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Providers see Invacare’s exit as another limitation 

Providers see Invacare’s exit as another limitation  ‘I worry that prices may jump. The other manufacturers can’t keep pace with the needs of the industry’ 

Jason JonesYARMOUTH, Maine – In a year in which supply chain challenges and a major recall have brought challenge after challenge for HME providers, the news that Invacare is pulling out of the respiratory market has left some worried about a new hurdle in obtaining equipment. 

“It’s been a rough year,” said Todd Flesch, co-founder of the Charlotte, N.C.-based Portable Oxygen Solutions. “I don’t know that there’s one company out there currently that can pick up the scale left by Invacare. It might be piecemeal or it might mean finding new ways of acquiring equipment.” 

Invacare announced in November it would discontinue production of its respiratory line by year end, including the popular HomeFill, which allows users to refill their oxygen supply. 

Jason Jones hasn’t bought much equipment directly from Invacare in the last decade because he says their prices are too high, but he has bought HomeFill devices on the more cost-effective secondary market, because he feels that modality has value. 

“We’ve bought from companies going out of business and secondary suppliers,” said Jones, president of Jones Medical Supply in Troy, Ala. “There’s no immediate effect on us, but I do believe if these other companies don’t pick up on the HomeFill model and re-create it, that will have a significant impact.”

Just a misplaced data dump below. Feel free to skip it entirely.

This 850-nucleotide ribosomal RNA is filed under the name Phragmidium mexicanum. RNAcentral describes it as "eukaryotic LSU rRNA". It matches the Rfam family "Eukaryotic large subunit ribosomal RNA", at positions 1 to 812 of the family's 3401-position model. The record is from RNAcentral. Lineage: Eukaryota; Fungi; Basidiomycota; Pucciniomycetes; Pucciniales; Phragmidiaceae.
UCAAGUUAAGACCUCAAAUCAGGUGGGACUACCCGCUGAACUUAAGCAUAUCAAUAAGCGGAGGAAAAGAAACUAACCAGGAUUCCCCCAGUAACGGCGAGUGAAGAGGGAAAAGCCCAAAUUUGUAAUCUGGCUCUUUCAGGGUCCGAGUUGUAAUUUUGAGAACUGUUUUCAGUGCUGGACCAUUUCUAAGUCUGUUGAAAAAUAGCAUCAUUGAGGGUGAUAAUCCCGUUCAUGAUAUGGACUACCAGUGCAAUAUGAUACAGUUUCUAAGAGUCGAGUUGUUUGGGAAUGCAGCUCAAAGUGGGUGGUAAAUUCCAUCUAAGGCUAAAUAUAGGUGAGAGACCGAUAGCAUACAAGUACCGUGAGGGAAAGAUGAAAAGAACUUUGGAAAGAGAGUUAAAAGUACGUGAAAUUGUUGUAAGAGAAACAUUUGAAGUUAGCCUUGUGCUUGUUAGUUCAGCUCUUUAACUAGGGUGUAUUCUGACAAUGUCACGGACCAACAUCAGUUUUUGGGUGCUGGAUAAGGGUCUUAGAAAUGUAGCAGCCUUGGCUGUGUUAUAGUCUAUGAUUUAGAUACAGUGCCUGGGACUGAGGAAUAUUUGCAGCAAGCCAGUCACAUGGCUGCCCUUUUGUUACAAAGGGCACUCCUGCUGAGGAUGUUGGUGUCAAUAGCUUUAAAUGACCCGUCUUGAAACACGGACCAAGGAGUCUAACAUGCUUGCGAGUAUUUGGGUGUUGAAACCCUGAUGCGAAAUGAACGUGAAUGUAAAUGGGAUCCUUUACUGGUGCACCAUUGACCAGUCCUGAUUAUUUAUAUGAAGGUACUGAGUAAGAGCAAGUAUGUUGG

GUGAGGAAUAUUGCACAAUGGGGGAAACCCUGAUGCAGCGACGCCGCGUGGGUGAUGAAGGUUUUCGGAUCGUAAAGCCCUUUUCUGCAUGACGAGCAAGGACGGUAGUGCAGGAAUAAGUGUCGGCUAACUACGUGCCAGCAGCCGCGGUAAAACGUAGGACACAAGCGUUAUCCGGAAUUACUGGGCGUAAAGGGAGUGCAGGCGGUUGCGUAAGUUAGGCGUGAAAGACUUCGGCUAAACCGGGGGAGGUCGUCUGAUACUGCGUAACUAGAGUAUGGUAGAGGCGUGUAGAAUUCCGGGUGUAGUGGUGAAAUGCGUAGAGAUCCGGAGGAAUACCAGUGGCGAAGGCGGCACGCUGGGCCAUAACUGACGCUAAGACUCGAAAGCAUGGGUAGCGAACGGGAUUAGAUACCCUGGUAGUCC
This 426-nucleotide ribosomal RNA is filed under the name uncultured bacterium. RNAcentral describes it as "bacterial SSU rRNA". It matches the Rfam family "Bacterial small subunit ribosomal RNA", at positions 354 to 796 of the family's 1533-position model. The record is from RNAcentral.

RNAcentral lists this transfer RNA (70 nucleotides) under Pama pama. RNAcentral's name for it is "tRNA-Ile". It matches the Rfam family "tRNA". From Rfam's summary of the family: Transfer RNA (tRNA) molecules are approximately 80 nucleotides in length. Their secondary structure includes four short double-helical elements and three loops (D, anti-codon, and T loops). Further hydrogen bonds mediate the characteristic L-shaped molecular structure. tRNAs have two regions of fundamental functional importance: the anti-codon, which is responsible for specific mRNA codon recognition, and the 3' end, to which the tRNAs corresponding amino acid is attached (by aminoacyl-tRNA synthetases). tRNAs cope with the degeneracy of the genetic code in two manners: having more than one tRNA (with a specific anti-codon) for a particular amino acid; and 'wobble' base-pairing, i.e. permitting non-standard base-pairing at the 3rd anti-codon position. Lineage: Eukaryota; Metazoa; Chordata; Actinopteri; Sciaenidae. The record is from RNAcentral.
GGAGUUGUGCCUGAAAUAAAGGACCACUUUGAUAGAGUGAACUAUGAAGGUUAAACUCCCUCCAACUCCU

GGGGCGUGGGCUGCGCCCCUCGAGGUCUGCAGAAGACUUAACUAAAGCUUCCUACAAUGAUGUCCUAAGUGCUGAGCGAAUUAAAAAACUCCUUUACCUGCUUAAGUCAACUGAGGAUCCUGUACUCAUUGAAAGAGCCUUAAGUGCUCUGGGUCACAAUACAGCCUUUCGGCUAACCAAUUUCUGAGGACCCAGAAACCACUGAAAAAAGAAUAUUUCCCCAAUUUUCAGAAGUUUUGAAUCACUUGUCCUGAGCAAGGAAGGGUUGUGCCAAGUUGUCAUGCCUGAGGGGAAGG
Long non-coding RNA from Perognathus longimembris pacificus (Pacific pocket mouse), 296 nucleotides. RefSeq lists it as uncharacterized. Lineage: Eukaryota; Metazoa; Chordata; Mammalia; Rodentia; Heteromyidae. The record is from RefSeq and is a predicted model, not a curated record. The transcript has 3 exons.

While supply chain challenges have been felt across the board, providers who provide oxygen and CPAP therapy are acutely aware of the dangers of what can happen when a manufacturer’s products are suddenly unavailable. A year and a half after Philips first announced a recall of certain CPAP devices and vents, providers are only now starting to dig out from under a huge backlog. 

“This puts a lot of limitations on our ability to order products,” said Brian Wilson, COO of Commonwealth Home Health Care in Danville, Va. “I worry that prices may jump. The other manufacturers can’t keep pace with the needs of the industry.” 


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